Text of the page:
• ***
  • Posts: 22
Re: Beginner music theory for people OK with some maths?
Reply #21 on: March 26, 2022, 09:22:38 PM
I can vouch for Lelle.  He seems willing to help you.  Lelle knows theory well and is good at explaining.  I wish you the best of luck!  :)
Yes contrary to what I just said in fact I can't resist replying to their interesting post in a minute... I was only responding just now to your last post frodo1, not everybody, though much but not all of the rest of the thread has a similar problem - as I say I'm sure it's my fault with my opening post.

Offline motivation

  • PS Silver Member
  • Newbie
  • ***
  • Posts: 22
Re: Beginner music theory for people OK with some maths?
Reply #22 on: March 26, 2022, 10:24:01 PM
Honestly I'm not a fan of how that website lays everything out, starting from frequencies and frequency ratios and all.

When you start out learning music theory, I think you'll profit more from digging into some basic terminology until it gets familiar, which will make it easier to get into more advanced concepts. A lot of these basic terms simply consists of "we decided to give this particular thing this particular name because... we just did".
That's interesting, I think you get to the core of what prompted my original question here.

I agree completely about terminology: it's important to learn the same language as everybody else.

Where we seem to differ is on learning the concepts to which those terms are attached.  Though people vary, I think it's not merely a matter of taste whether it's better to start by "digging into some basic terminology" or learning missing concepts to which terminology can be attached: the latter is better.  Once you have a concept you can immediately attach a word to it without much effort.  That isn't a claim that learning is ever a simple process of pouring knowledge into people's heads, it isn't and always involves guesswork and backtracking.  But there is such a thing as an elementary explanation, and they're very useful for people starting out in an area of knowledge new to them!

Quote
(There is often some logic to it too, but it's not always immediately obvious and still it's all ultimately based on subjective things we just sort of decided to use as basic building blocks to construct music with).
All subjective knowledge is objective knowledge, and in music more clearly than anything I can call to mind in the moment.

Quote
I would start out with just learning what intervals, scales, and chords are and how they are named.

This applies to the "perfect fifth" mentioned earlier. On the piano, there are a bunch of keys. The distance from any key to any other key has a general name - an interval. The interval created by pressing one key, for example a C, and the next key of the same name either above or under it (so another C) is called an octave. Each interval that can be created by pressing two keys within that range from for example C to the next C has a specific name - for example, if you press a C and the G directly above it you get an interval called a "perfect fifth". There are reasons why each interval has the name it has, but in the beginning you are better off just memorizing the names, and getting into the why:s later.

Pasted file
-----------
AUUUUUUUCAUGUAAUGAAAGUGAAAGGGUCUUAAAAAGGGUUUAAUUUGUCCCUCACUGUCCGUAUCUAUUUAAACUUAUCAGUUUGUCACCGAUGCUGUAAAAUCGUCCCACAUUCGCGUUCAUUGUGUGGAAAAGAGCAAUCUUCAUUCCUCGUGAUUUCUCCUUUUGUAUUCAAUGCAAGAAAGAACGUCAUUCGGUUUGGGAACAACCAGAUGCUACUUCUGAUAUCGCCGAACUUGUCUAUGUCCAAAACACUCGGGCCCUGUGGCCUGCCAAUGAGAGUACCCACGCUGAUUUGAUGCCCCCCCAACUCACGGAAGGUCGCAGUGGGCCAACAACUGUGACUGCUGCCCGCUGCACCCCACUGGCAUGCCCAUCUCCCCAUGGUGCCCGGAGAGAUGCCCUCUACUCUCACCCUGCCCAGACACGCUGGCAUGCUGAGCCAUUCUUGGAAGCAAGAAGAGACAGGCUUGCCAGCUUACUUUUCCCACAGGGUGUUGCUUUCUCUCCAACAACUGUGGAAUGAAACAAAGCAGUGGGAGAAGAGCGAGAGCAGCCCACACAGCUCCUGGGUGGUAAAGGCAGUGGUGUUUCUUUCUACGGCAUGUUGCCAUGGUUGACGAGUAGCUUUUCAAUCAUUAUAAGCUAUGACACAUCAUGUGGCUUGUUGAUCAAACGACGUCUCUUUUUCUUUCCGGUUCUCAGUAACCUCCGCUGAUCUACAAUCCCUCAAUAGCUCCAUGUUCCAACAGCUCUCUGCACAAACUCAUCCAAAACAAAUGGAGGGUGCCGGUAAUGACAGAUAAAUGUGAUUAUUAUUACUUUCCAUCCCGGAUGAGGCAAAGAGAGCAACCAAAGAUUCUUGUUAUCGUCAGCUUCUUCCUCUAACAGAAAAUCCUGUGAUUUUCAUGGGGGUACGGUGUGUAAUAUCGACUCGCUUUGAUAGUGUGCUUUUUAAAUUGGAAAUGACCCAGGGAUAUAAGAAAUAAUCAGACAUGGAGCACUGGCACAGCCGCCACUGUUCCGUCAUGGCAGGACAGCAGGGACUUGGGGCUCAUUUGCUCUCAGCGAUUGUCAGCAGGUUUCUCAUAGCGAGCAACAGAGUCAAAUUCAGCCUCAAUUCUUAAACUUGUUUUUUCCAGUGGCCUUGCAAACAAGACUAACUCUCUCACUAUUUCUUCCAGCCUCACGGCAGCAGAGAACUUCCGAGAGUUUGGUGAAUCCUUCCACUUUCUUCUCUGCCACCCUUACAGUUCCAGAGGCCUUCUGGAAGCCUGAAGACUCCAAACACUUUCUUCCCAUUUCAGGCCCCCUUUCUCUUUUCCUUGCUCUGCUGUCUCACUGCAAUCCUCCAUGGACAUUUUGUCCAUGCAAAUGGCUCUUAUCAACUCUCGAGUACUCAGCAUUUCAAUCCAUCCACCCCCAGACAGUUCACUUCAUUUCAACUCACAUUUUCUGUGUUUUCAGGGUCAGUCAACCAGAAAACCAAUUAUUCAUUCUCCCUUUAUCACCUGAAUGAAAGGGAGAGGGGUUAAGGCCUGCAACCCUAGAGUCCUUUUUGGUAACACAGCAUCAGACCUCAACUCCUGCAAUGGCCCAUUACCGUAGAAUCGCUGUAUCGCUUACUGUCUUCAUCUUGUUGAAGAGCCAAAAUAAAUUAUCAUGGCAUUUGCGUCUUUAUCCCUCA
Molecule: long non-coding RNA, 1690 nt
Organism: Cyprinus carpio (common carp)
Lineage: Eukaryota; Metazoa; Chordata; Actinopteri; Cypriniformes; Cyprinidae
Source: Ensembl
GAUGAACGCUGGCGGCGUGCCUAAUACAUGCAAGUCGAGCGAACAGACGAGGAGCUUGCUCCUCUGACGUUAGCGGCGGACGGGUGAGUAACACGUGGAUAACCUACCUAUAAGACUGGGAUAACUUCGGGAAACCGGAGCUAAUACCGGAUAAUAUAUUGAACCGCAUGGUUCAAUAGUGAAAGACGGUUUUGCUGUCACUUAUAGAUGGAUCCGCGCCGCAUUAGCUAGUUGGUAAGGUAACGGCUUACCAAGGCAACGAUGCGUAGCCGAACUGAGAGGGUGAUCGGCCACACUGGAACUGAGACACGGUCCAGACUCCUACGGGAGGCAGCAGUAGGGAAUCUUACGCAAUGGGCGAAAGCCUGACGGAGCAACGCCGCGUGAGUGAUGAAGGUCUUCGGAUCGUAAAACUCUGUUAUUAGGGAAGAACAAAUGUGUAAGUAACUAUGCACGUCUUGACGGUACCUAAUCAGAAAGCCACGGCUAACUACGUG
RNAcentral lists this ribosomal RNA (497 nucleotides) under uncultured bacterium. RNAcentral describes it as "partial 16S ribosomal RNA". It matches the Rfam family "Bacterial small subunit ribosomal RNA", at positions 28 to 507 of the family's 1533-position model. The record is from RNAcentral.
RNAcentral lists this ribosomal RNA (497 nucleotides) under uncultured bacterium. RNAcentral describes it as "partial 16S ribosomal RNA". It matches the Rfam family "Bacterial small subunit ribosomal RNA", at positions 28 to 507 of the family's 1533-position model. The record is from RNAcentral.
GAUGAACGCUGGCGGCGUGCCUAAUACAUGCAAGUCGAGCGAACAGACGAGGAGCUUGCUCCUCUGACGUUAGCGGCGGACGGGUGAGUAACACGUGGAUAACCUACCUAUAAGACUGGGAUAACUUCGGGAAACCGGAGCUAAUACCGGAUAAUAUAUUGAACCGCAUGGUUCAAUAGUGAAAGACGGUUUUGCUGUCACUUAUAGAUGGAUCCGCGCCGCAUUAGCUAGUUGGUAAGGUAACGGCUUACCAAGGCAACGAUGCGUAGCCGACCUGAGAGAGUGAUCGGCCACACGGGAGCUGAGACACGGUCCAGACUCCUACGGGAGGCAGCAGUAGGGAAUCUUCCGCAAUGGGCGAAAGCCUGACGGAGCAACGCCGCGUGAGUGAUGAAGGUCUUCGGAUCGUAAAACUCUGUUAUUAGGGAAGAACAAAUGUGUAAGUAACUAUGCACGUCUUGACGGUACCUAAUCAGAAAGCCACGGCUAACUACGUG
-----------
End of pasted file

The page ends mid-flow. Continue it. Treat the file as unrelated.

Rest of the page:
I'm quite sure this response of childhood me is a matter of personal variations - and I don't mean this as a personal attack (!) - but if I'd have come across somebody without the approach you just advocated ("in the beginning... better off just memorizing..."), I think it's possible I might have learned about music and acquired musical skills largely under my own steam decades ago.  Motivation is important.

But also: this very basic concept of intervals is an example of something that's already confused me and perhaps is an instance of just the kind of thing I was loosely referring to in my first post.  I recall I've cleared this up once already with the help of a family member of a similar technical mindset to me who knows about music, but I've already forgottten, so I'll ask again here!

Here we go: I've read terms like "fifth" (not sure whether I mean "perfect fifth" or just fifth - I won't try and google any of this to make my train of thought apparent) being defined as "the interval between N white notes" (probably it was seconds and thirds rather than fifths where I read that).  But of course the interval in semitones between N white notes depends on where you start on the keyboard: 7 semitones * 2 ** (1/12) is about a ratio of 1.5 in your example of C to G, but B to F is only six semitones, so 2 ** (1/2), about 1.41.  Are intervals (fifths, thirds, seconds etc.) constant intervals in log(frequency), or do they refer to different physical intervals depending on where you start on the keyboard?